I remember sitting on the floor in the white room after the fire…white carpet, white chair, white sofa…white. We weren’t really allowed in there, my sisters and I, but when it was really bad we hid in the space between that big white chair and the wall with the tall windows that faced the drive. The same windows where I sat and watched the curve in the dirt to the gravel road…and waited… birthdays and holidays when he said he would visit and so many times never did.
Dr Phil used to say, “I’d rather be from a broken home than in a broken home.” How would he know? Broken is broken.
I feel the pain in my chest return as I write the words in pencil in this book. I remember the words and the shouting and sounds of the unmentionables…and my father saying, “Not in front of the children.”, but he didn’t have to say, we knew ourselves too well my oldest sister and I.
There are unmentionable truths in the fabric of my childhood that in time made me this man. Those memories to me are polaroids in motion. Images and sounds, faded and torn, matches and cigarettes, wooden spoons and kitchen knives, doctors and lies, and the feelings…even the internal dialogue, the voice in my mind as a little boy…they all come rushing back. To say I remember is the tip of my childhood lifetime of abuse between the everyday. There is so much to say and so much not to say…as a child, for a child.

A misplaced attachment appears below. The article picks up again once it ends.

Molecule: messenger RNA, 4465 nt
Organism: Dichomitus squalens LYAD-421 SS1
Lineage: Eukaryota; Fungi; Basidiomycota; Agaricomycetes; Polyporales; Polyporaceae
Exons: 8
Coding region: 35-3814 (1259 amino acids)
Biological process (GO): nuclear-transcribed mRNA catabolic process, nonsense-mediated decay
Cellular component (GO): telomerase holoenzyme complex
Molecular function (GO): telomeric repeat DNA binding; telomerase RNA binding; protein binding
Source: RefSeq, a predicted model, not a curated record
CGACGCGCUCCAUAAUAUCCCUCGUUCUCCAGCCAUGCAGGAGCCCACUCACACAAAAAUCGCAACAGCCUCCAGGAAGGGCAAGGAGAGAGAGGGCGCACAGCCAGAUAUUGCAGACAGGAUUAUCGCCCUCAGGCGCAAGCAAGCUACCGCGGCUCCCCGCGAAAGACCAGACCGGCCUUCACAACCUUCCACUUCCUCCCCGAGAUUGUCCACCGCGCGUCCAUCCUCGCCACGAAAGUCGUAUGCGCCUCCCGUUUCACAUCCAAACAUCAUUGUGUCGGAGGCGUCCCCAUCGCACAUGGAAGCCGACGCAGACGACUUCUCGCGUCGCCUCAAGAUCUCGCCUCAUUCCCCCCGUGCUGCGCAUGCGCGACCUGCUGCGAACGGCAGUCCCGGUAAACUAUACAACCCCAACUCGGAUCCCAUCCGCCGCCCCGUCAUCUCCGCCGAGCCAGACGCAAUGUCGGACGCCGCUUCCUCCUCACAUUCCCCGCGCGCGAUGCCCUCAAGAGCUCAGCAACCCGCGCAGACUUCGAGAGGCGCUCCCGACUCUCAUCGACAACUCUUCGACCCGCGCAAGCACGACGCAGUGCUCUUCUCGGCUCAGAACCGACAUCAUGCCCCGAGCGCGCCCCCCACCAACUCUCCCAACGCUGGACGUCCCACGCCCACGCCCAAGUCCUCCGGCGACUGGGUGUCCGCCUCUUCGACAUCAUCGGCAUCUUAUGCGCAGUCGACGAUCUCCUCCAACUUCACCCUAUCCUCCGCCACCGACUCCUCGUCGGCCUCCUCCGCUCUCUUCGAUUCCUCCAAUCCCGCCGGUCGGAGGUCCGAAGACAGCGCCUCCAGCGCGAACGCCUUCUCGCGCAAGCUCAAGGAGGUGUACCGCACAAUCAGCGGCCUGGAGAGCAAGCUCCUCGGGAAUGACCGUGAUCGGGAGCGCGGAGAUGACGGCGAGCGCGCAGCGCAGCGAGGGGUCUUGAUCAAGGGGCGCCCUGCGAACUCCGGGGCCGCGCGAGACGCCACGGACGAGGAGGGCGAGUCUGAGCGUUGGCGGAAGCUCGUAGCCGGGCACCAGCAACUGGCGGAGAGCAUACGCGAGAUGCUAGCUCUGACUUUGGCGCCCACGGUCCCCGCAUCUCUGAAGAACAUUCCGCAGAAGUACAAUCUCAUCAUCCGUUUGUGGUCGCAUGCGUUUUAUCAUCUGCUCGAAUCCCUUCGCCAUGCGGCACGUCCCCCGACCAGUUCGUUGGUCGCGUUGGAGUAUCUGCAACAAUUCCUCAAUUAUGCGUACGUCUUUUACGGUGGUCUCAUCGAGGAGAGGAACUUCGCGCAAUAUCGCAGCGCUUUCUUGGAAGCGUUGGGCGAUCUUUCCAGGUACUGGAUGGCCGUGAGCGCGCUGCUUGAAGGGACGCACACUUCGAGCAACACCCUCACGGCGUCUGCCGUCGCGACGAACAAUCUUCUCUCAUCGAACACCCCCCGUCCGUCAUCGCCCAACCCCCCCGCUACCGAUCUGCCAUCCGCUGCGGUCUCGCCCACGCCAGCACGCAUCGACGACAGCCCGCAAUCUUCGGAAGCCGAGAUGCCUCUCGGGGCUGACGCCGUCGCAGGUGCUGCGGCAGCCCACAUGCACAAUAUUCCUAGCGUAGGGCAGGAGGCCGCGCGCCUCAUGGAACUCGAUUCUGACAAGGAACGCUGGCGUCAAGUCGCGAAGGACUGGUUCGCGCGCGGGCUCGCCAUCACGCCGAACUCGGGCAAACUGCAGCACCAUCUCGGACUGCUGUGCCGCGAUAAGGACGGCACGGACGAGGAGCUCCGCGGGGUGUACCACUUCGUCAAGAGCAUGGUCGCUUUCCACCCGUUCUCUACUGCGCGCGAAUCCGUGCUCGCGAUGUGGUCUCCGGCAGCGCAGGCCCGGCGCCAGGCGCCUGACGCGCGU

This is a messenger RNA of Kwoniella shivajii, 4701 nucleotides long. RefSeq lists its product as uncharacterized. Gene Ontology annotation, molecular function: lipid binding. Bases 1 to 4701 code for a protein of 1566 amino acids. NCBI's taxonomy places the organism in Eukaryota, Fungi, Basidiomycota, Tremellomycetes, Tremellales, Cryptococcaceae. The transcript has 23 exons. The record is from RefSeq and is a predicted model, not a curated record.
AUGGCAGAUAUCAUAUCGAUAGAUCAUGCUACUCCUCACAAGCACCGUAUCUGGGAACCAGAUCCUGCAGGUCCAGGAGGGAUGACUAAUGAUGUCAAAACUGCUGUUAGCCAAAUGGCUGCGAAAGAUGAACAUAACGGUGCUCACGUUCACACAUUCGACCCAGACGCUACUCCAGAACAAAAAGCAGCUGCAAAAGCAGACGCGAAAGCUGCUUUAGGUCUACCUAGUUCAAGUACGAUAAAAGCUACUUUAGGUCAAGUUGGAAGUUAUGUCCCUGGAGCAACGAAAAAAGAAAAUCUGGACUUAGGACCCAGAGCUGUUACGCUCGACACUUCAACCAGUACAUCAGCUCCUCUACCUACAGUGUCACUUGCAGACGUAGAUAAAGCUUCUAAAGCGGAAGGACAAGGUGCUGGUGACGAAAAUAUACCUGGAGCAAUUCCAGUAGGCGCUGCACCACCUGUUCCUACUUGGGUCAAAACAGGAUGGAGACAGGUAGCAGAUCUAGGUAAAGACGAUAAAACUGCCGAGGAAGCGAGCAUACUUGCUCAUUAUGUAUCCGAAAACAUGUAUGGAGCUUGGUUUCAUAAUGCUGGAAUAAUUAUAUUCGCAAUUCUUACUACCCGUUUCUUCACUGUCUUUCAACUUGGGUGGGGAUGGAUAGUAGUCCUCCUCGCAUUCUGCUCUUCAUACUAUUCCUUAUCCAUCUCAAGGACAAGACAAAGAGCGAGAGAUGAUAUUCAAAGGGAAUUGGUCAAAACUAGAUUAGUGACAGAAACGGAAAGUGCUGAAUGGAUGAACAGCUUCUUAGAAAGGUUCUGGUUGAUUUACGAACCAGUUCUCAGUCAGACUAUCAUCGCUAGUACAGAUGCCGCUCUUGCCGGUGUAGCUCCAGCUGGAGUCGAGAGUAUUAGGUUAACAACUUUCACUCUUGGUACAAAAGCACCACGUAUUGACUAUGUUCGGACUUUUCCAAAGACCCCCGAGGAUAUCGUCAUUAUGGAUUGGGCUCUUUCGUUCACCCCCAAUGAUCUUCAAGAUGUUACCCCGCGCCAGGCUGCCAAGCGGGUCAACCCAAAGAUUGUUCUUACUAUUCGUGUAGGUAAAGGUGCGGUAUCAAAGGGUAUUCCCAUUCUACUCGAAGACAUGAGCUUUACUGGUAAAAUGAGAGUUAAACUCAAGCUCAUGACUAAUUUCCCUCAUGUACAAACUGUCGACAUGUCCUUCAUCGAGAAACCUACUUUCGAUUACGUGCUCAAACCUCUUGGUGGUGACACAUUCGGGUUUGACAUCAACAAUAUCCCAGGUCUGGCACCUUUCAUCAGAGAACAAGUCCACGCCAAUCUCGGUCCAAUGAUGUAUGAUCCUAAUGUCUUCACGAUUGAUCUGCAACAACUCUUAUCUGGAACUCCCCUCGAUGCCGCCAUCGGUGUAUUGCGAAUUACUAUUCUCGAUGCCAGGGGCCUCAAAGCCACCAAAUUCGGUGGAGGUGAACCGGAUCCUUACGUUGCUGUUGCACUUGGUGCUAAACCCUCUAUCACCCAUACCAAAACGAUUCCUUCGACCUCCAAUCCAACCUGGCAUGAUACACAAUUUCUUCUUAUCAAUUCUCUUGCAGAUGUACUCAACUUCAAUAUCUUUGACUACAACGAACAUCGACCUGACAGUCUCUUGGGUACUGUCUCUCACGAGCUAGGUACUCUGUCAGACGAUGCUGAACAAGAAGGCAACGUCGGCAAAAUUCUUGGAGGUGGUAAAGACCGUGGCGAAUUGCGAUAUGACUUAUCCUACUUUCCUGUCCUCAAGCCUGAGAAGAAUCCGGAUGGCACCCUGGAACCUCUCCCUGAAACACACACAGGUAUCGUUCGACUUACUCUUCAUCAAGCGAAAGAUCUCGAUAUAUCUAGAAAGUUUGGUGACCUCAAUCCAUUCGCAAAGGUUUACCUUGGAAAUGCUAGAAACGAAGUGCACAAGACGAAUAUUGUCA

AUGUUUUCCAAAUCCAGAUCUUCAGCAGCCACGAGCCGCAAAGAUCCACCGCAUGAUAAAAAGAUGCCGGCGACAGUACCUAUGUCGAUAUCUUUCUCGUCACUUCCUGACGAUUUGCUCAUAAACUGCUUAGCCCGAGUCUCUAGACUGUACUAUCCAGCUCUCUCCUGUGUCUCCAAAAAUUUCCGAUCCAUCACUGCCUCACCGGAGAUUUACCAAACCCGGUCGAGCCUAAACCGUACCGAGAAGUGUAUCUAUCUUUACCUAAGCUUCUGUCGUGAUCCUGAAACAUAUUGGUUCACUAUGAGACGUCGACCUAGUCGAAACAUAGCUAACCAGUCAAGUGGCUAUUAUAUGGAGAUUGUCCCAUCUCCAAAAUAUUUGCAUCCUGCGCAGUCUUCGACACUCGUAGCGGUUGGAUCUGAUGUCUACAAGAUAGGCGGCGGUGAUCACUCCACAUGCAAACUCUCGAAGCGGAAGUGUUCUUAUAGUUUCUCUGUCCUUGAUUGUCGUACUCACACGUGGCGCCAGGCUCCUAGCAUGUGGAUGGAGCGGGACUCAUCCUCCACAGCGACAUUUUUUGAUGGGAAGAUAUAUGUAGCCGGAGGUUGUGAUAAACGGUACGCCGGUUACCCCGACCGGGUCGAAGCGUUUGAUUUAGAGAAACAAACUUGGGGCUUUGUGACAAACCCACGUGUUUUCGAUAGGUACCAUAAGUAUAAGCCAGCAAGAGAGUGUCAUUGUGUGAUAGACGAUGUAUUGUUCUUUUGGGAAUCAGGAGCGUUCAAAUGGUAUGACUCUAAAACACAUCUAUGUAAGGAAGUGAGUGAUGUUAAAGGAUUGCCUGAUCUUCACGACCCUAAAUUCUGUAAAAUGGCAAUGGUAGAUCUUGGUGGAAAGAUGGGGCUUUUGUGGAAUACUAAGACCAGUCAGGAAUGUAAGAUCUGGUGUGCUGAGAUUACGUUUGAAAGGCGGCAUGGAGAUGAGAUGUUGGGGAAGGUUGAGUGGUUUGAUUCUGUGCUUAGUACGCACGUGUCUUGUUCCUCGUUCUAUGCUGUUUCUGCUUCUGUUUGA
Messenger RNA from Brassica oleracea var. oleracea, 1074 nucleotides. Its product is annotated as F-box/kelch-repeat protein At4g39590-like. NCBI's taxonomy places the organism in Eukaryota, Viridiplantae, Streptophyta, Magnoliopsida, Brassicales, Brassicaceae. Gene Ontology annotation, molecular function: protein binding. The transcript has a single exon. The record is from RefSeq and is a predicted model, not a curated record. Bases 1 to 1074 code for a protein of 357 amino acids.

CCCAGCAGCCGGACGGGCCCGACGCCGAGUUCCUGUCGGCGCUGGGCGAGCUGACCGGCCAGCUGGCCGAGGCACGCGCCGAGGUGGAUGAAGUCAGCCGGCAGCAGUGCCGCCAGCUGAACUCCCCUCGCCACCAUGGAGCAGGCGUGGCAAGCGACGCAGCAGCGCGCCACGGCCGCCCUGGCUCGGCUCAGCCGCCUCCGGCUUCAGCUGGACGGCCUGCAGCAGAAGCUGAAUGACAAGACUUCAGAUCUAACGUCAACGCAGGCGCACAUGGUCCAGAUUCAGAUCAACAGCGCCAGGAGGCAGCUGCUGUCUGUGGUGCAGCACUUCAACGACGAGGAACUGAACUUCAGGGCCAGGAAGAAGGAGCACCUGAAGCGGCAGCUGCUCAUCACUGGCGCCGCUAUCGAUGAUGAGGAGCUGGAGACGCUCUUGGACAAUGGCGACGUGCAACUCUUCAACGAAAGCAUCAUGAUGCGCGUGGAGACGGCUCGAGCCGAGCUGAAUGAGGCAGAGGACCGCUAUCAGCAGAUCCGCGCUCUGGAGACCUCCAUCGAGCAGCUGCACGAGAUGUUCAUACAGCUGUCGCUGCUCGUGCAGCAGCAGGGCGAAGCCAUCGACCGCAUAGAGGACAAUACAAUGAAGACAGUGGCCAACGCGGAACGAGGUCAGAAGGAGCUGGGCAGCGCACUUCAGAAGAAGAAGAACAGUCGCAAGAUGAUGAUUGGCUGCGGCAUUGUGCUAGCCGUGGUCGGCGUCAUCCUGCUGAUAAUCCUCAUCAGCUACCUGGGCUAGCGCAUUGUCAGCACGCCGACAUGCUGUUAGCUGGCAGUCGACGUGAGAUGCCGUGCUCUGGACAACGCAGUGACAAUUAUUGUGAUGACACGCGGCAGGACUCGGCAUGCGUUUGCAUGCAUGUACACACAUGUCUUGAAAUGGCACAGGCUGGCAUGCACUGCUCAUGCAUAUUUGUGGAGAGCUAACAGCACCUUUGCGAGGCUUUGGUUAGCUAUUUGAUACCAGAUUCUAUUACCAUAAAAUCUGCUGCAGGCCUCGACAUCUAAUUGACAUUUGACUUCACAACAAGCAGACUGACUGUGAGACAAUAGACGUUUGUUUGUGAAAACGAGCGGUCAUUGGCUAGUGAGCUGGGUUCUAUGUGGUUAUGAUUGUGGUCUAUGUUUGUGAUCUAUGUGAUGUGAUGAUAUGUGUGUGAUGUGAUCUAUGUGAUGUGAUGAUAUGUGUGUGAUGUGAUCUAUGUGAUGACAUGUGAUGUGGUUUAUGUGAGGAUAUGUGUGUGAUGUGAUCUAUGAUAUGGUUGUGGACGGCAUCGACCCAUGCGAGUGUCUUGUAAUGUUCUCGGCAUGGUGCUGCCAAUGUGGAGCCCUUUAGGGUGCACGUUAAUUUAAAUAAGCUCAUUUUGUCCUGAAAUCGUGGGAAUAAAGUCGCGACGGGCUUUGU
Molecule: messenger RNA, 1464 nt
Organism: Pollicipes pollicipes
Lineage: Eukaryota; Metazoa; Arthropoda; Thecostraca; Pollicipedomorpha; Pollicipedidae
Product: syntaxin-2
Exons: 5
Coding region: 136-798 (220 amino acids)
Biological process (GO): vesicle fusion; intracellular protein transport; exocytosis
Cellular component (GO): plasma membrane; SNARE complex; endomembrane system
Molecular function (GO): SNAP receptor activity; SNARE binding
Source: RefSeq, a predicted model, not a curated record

Will I donate a Tweet a day to help end child abuse? Yes.
I see the pale blue reminders in the mirror and in my children’s eyes and imagine being all the parent my parents never were in so many simply perfect ways. No, I am the parent my parents never were.
“There’s no taking things back. Words can’t be taken back. The way you raise your children can’t be taken back…I raise my children the way I should have liked to be raised.” Peter Ottley Karena